Verse 26 above explains that the destruction of the last great empire of this world-age will occur as a consequence of the judgment (i.e. trial) pictured. The trial, which will consider all the evidence in “the books” (Dan. 7:10), representing records of everything ever done by every created being, will result in a divine verdict of “guilty” against the fourth beast, and a sentence of fiery destruction will be passed upon it and then executed. In contrast, the divine verdict of vindication will be pronounced in relation to the “saints of the Most High,” the living members of which group the fourth beast had nearly succeeded in wiping out (Dan. 7:21-22, 25; cf. Mt. 24:22; Mk 13:20). The Court will decree that they be given the kingdom "for the age, and for the ages of the ages” (Dan. 7:18).  This great trial or judgment event thus effectively decrees the closure of this evil world-age of human history and the inauguration of a world-age ruled by the saints—followed by an endless succession of such ages (Dan. 7:18; cf. Rev. 20:4-5; 22:1-5).

Jesus, in another teaching, links the Daniel 7 vision to the promise of resurrection to life in Dan. 12:1-3, implicitly affirming that the same trial/judgment that will rule in favor of the living “saints” will also make a determination as to who among the dead of all time are “those who are considered worthy to attain to that age and to the resurrection from the dead” (Lk. 20:35).
I think that it is reasonable to assume (1) that Paul was aware of the visions and teachings of Daniel 7 and 12 and the Olivet Discourse (Mt. 24; Mk 13),** and (2) that Paul understood the teaching of Jesus about the Son of Man “sending forth his angels to gather his elect from the four winds” (Mt. 24:31; Mk 13:27) as having its basis in (or at least being entirely congruent with) the vision of Daniel 7:13-14. If both of these assumptions are correct, then the following answer can be given as to what happens next for those “caught up in the clouds to meet the Lord in the air” (1 Thess. 4:16-18):

After joining him and their resurrected fellow faithful ones in the air, they will come down to reign with him for the age, and for all subsequent ages, on the earth (Dan. 7:14, 18, 27; Rev. 5:10; 22:1-5).
If you are a participant in the rapture, no judgment lies ahead of you; the fact that you are chosen to be caught up to greet the Lord Jesus on his glorious return shows that you have been tried and vindicated in the great courtroom scene of Daniel 7.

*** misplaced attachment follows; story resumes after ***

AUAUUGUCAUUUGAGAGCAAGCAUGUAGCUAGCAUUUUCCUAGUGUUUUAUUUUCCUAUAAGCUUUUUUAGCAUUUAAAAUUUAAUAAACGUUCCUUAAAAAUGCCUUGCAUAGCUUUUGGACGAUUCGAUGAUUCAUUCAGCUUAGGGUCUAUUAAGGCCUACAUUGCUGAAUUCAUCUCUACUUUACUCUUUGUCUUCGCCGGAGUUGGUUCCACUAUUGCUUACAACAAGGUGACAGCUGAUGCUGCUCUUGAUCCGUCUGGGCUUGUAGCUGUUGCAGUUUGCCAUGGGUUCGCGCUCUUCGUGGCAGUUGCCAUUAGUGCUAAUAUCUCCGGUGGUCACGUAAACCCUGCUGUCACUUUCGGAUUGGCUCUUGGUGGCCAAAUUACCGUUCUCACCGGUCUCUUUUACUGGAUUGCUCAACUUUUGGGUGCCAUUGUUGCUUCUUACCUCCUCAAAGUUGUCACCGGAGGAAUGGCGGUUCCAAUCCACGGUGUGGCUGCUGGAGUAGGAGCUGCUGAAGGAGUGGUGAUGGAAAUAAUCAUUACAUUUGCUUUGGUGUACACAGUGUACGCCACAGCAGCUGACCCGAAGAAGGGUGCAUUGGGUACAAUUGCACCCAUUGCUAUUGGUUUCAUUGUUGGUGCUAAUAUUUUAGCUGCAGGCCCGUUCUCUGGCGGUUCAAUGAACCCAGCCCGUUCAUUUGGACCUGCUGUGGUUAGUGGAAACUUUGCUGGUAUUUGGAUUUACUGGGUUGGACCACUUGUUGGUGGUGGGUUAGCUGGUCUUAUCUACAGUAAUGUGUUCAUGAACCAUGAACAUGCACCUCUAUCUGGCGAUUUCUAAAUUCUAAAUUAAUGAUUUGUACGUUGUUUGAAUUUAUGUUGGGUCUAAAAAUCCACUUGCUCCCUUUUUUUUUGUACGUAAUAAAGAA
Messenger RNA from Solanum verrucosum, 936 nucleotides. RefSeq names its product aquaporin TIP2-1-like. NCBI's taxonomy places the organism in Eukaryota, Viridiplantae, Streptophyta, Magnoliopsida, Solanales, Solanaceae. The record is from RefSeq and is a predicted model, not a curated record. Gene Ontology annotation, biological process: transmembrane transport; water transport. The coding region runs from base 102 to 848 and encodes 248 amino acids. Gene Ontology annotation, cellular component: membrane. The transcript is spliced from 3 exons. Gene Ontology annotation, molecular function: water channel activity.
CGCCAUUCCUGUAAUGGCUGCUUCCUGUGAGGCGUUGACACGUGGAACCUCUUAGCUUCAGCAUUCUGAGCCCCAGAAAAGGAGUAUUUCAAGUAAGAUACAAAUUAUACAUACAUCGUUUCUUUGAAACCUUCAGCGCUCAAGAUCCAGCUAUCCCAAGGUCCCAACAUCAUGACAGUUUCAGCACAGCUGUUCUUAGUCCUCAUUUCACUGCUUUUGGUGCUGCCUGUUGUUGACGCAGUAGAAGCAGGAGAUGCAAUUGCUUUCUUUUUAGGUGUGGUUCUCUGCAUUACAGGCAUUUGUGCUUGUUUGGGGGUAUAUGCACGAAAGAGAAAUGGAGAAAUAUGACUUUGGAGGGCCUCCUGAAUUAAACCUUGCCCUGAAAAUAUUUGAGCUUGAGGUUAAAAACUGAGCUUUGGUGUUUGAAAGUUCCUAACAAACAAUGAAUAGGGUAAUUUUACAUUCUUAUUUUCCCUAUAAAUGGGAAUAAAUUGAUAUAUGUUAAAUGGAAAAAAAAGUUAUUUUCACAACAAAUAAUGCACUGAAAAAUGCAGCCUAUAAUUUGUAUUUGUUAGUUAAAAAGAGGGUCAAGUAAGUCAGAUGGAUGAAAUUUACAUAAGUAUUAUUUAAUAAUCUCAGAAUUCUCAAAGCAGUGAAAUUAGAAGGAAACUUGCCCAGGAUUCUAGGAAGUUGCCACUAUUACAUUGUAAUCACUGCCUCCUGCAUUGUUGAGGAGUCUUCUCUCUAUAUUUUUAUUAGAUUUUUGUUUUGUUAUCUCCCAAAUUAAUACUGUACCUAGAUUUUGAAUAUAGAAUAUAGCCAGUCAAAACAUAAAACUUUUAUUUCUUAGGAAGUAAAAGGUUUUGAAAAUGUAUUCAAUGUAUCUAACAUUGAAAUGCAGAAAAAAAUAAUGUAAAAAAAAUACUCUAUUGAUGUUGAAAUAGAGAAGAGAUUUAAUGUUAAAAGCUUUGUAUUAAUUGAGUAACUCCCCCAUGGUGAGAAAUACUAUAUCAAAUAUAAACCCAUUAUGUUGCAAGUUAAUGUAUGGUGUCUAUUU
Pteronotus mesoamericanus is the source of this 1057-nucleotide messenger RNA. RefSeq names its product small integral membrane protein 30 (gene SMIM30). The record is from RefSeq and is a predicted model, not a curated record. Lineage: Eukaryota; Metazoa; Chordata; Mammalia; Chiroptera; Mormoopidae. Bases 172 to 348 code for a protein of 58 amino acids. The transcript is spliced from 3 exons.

*All Scripture citations in this answer, unless otherwise noted, are from the English Standard Version (ESV).

**For detailed evidence of Paul's awareness of the teaching of Jesus in the Olivet Discourse (Mt. 24 || Mk 13), see my essay, "Are Matthew 24 and 1 and 2 Thessalonians Talking about the Same Thing?"  

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J. Webb Mealy


Qualified to answer questions about the New Testament, including ones that require expert knowledge of Greek, New Testament History, and New Testament Theology. Particular area of expertise is New Testament eschatology (teachings on the end of the world), the Book of Revelation, and the Gospel and epistles of John. Questions about English translations--how they are arrived at, whether they are accurate, and whether there are alternative possibilities. Textual criticism.


Have taught the Bible and New Testament to lay people for 20 years. Translator of the Spoken English New Testament (, author of After the Thousand Years: Resurrection and Judgment in Revelation 20 (Sheffield: Sheffield Academic Press, 1992). Senior Biblical Studies Editor, Sheffield Academic Press, 1990-1995.

Instructor, Seminary of the Street, Oakland, CA

See my online publication,, which gives an easy-to-understand but thorough introduction to the Christian Good News. See, home of the Spoken English New Testament, the most accurate available translation of the New Testament into natural contemporary English.

PhD, Biblical Studies, Sheffield, UK MA (Honors), Humanities, Western Kentucky University, Bowling Green, KY BA (Cum Laude), Religious Studies/New Testament, Westmont College, Santa Barbara, CA

Awards and Honors
Research Paper, "Tracing the Rise of Modalism in Rome," named best graduate paper of the year, Western Kentucky University, 1981